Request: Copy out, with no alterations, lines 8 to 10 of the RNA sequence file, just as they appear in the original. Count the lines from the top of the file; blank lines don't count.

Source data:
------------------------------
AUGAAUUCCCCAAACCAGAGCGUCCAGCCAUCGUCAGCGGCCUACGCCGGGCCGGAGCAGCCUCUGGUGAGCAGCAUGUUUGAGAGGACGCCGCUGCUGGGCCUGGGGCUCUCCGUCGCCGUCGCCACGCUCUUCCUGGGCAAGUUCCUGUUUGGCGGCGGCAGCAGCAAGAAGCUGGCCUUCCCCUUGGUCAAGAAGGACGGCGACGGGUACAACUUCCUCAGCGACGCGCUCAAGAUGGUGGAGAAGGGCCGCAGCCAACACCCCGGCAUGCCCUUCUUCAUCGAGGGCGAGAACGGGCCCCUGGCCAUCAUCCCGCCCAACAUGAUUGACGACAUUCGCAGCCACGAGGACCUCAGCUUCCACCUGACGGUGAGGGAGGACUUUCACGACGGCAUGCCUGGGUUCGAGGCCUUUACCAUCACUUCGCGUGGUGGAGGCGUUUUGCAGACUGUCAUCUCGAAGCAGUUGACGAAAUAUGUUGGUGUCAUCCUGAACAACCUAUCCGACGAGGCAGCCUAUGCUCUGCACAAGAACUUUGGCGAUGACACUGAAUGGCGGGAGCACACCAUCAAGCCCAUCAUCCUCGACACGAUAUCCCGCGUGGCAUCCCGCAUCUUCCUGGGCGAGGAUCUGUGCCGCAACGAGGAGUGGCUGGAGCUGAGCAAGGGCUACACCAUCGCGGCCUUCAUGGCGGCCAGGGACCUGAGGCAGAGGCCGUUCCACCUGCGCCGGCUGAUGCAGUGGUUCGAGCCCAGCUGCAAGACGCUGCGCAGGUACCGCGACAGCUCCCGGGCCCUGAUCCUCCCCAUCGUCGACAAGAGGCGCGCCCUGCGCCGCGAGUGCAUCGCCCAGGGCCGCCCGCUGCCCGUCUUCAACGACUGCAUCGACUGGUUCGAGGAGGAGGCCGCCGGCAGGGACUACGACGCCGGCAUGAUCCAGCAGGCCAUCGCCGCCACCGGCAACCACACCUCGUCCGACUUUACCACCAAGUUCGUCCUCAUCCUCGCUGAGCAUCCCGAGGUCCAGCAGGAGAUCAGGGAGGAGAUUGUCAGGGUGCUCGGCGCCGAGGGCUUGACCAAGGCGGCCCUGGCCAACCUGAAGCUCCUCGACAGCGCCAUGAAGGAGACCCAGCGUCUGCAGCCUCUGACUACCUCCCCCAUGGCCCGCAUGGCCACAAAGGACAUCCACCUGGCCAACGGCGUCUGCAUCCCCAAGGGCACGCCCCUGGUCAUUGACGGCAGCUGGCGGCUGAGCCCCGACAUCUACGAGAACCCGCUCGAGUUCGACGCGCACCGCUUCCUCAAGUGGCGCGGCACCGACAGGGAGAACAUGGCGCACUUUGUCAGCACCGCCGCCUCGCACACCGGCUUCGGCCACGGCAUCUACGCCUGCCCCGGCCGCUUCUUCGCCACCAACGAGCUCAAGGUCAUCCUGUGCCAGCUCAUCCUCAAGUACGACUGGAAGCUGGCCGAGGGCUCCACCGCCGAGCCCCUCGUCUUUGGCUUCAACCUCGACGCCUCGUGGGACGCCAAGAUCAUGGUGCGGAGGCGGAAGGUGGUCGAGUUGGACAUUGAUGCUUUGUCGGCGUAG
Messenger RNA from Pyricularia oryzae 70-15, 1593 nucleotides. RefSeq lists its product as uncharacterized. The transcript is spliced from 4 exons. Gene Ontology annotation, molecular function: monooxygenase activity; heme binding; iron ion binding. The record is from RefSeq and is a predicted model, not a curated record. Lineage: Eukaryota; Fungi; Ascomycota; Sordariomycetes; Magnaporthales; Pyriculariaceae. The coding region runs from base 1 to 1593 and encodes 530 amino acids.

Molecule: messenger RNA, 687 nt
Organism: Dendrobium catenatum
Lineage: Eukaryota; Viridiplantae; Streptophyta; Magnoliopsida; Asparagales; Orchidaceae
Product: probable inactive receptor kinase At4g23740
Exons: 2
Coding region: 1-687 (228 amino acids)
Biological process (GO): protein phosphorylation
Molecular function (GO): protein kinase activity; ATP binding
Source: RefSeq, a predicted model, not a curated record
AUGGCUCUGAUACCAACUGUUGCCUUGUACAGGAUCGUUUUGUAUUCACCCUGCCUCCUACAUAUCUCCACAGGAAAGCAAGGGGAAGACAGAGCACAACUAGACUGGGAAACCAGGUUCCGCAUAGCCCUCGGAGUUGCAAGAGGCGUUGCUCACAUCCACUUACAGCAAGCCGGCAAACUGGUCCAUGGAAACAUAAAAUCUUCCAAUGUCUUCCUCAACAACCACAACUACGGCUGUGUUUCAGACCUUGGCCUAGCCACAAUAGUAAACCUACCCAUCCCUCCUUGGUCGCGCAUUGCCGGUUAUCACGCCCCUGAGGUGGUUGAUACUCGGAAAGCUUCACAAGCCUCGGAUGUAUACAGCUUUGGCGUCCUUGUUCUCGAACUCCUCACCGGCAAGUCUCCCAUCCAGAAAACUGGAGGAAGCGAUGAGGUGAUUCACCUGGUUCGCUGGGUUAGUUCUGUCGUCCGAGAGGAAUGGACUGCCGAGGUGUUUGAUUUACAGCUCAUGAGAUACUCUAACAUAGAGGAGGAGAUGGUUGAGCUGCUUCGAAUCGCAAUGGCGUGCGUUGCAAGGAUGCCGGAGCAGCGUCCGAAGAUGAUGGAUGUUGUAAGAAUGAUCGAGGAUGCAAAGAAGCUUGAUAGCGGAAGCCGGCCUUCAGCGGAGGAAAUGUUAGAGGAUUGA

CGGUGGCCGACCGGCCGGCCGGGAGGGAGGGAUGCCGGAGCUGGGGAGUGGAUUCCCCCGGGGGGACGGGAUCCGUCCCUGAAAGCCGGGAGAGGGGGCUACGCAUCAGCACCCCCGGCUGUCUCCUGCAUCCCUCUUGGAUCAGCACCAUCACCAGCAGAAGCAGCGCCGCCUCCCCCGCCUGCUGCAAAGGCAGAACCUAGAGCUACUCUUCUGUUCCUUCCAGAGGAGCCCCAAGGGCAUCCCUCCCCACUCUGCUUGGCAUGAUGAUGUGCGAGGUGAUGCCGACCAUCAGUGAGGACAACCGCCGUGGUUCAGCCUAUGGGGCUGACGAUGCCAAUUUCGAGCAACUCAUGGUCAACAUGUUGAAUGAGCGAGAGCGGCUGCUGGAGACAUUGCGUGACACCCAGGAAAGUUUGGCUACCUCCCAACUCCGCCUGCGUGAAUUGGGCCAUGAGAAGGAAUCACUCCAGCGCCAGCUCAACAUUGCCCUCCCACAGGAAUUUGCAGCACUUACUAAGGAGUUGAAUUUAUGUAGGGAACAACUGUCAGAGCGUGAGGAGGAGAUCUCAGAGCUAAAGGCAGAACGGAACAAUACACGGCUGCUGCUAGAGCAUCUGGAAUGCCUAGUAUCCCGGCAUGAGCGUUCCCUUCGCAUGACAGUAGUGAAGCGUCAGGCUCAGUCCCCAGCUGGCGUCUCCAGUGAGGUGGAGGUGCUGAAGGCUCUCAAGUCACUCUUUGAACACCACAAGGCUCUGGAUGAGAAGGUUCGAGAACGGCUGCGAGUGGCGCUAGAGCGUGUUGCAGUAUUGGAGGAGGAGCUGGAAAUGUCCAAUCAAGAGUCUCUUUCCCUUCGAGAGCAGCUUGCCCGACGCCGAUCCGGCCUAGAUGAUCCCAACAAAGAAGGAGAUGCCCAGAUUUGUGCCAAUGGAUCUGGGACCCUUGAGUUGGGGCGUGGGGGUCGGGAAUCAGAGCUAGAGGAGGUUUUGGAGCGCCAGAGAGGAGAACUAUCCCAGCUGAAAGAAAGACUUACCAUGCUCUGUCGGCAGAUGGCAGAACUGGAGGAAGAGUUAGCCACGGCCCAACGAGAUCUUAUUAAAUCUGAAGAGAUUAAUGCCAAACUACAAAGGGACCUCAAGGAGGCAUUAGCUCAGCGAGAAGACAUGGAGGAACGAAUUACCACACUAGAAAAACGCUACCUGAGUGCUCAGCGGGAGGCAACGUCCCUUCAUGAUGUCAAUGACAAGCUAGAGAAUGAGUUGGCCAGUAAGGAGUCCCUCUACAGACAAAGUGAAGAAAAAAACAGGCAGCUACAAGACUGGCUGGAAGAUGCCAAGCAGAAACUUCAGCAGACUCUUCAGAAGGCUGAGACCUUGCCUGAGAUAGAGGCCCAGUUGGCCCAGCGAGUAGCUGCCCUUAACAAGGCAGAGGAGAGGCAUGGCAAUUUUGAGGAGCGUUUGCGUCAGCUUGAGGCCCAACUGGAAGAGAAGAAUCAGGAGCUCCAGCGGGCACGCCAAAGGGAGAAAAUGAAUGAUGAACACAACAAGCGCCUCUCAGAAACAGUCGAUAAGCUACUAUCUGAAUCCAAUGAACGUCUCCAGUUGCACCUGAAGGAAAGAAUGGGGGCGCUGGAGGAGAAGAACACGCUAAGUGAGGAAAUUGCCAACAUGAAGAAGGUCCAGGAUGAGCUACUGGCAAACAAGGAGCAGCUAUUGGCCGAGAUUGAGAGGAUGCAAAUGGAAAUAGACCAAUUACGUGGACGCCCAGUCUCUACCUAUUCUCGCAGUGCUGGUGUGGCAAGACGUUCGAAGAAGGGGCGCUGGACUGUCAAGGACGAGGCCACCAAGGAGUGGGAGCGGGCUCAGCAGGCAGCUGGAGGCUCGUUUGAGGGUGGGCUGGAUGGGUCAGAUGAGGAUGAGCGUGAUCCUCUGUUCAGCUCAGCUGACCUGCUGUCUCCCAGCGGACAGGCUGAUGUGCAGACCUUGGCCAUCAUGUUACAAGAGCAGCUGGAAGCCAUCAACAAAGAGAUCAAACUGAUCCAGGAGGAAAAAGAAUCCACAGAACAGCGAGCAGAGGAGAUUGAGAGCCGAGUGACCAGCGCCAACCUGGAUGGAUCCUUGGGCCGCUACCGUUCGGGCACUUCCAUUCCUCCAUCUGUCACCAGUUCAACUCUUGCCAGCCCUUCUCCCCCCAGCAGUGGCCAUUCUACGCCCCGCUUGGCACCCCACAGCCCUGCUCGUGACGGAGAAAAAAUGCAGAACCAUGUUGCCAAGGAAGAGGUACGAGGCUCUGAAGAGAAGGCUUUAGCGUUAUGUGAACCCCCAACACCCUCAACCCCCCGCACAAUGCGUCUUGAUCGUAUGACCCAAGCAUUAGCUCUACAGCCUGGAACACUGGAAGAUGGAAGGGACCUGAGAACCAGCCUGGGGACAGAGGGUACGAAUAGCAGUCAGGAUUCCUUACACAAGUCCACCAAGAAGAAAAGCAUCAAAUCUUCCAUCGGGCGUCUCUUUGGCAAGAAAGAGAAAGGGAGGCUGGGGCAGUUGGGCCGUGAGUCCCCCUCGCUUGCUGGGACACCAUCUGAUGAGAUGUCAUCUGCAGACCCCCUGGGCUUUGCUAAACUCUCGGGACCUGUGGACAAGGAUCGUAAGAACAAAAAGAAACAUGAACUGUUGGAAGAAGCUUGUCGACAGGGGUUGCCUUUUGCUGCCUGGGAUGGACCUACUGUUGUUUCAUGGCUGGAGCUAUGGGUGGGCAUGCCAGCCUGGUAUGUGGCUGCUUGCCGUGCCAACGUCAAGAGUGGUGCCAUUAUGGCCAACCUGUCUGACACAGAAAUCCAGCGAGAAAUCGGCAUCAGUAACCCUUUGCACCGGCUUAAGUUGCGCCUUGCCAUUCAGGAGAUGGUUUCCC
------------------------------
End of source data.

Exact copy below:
Coding region: 1-687 (228 amino acids)
Biological process (GO): protein phosphorylation
Molecular function (GO): protein kinase activity; ATP binding